BOOK STEW REVIEW: ‘Foster’ by Claire Keegan

Below is the latest Book Stew Review from Eileen MacDougall, host of the long-running Book Stew, a video and podcast devoted to writing in all forms, authors, playwrights, and even a cat who survived a tornado and wrote a book about it.

Foster by Claire Keegan

This tiny novella of a young Irish girl’s magical summer is a heart-bruiser. The unnamed narrator is taken in by her aunt and uncle when her mother is at the end of one of her endless pregnancies, and as the only child in the household, she discovers a new and strong sense of self.

Her aunt Mary and uncle Dan Kinsella are the essence of kindness, especially in contrast to her own overwhelmed mother and her actively hostile, hard-drinking father. She comes to realize the tragedy that hangs over the Kinsella household, attends a home wake, is given a whole pound to spend on herself for the first time, and takes a memorable night walk by the ocean with Dan.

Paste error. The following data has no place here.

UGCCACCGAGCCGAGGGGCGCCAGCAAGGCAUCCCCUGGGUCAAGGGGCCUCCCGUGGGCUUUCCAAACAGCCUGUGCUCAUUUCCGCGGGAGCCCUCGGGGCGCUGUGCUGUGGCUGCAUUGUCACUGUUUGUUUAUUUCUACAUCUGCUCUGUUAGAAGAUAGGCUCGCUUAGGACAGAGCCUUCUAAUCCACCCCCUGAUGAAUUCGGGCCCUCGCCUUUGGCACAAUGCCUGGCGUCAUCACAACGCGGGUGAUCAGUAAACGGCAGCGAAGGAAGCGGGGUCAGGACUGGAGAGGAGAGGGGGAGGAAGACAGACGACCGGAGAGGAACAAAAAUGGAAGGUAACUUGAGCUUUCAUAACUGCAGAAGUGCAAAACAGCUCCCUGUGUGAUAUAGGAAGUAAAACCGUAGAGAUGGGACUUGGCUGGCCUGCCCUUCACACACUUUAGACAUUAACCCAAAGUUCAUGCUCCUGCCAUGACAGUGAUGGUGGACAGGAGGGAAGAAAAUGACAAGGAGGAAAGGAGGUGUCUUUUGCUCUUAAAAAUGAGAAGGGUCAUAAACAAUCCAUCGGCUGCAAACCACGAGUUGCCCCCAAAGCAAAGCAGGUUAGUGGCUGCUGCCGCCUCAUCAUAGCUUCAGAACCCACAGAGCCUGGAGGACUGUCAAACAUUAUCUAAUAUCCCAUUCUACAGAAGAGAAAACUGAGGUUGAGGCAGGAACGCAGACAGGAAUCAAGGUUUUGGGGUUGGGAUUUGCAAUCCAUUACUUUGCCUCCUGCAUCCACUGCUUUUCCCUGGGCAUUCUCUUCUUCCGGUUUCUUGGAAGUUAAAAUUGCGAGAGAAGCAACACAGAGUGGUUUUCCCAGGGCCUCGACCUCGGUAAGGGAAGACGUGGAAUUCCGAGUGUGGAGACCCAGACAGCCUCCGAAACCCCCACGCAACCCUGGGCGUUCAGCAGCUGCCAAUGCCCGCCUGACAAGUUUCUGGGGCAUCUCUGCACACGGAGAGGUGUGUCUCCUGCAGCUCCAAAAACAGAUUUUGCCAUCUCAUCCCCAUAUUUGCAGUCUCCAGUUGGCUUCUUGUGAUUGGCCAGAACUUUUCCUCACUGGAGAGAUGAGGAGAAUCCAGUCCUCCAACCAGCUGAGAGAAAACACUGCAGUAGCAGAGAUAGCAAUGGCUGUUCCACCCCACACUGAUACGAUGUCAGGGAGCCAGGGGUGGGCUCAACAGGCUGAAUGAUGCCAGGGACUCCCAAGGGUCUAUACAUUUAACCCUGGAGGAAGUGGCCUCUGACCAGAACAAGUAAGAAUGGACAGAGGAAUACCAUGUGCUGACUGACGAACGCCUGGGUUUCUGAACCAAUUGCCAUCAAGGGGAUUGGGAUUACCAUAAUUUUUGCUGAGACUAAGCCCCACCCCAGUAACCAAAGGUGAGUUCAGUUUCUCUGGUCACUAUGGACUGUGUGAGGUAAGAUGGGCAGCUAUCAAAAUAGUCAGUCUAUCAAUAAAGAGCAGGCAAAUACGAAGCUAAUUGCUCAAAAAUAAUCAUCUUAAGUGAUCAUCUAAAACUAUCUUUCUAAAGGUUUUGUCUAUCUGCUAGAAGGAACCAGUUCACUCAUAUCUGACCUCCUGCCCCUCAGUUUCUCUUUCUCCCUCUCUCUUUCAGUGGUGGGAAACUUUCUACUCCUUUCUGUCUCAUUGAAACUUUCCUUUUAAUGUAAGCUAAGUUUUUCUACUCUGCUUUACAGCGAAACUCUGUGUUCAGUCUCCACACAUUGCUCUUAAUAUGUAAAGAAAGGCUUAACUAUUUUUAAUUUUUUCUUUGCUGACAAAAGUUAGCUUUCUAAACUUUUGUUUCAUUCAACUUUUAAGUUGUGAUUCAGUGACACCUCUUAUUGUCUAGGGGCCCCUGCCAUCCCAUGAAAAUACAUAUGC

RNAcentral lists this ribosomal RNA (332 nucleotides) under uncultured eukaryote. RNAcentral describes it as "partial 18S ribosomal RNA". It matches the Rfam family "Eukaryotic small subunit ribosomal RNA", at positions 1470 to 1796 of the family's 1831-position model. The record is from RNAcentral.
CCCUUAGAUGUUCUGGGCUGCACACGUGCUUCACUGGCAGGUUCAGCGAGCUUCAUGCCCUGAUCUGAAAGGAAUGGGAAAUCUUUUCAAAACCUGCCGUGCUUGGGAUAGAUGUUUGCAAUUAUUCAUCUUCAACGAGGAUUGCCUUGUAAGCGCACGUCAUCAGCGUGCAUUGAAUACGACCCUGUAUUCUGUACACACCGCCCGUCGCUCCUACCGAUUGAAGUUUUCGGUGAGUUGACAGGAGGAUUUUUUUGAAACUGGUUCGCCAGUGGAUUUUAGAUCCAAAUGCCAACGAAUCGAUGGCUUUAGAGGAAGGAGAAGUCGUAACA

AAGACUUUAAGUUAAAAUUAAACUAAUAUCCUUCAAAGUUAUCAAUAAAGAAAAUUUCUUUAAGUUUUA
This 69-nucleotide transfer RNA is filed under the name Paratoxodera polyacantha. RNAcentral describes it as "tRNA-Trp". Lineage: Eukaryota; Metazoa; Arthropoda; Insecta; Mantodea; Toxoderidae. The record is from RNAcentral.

Small events, but the reader knows how large they will loom in the entirety of her life — but all summers must end. At 92 pages, the novella has won prestigious awards and great acclaim in Britain and Ireland.

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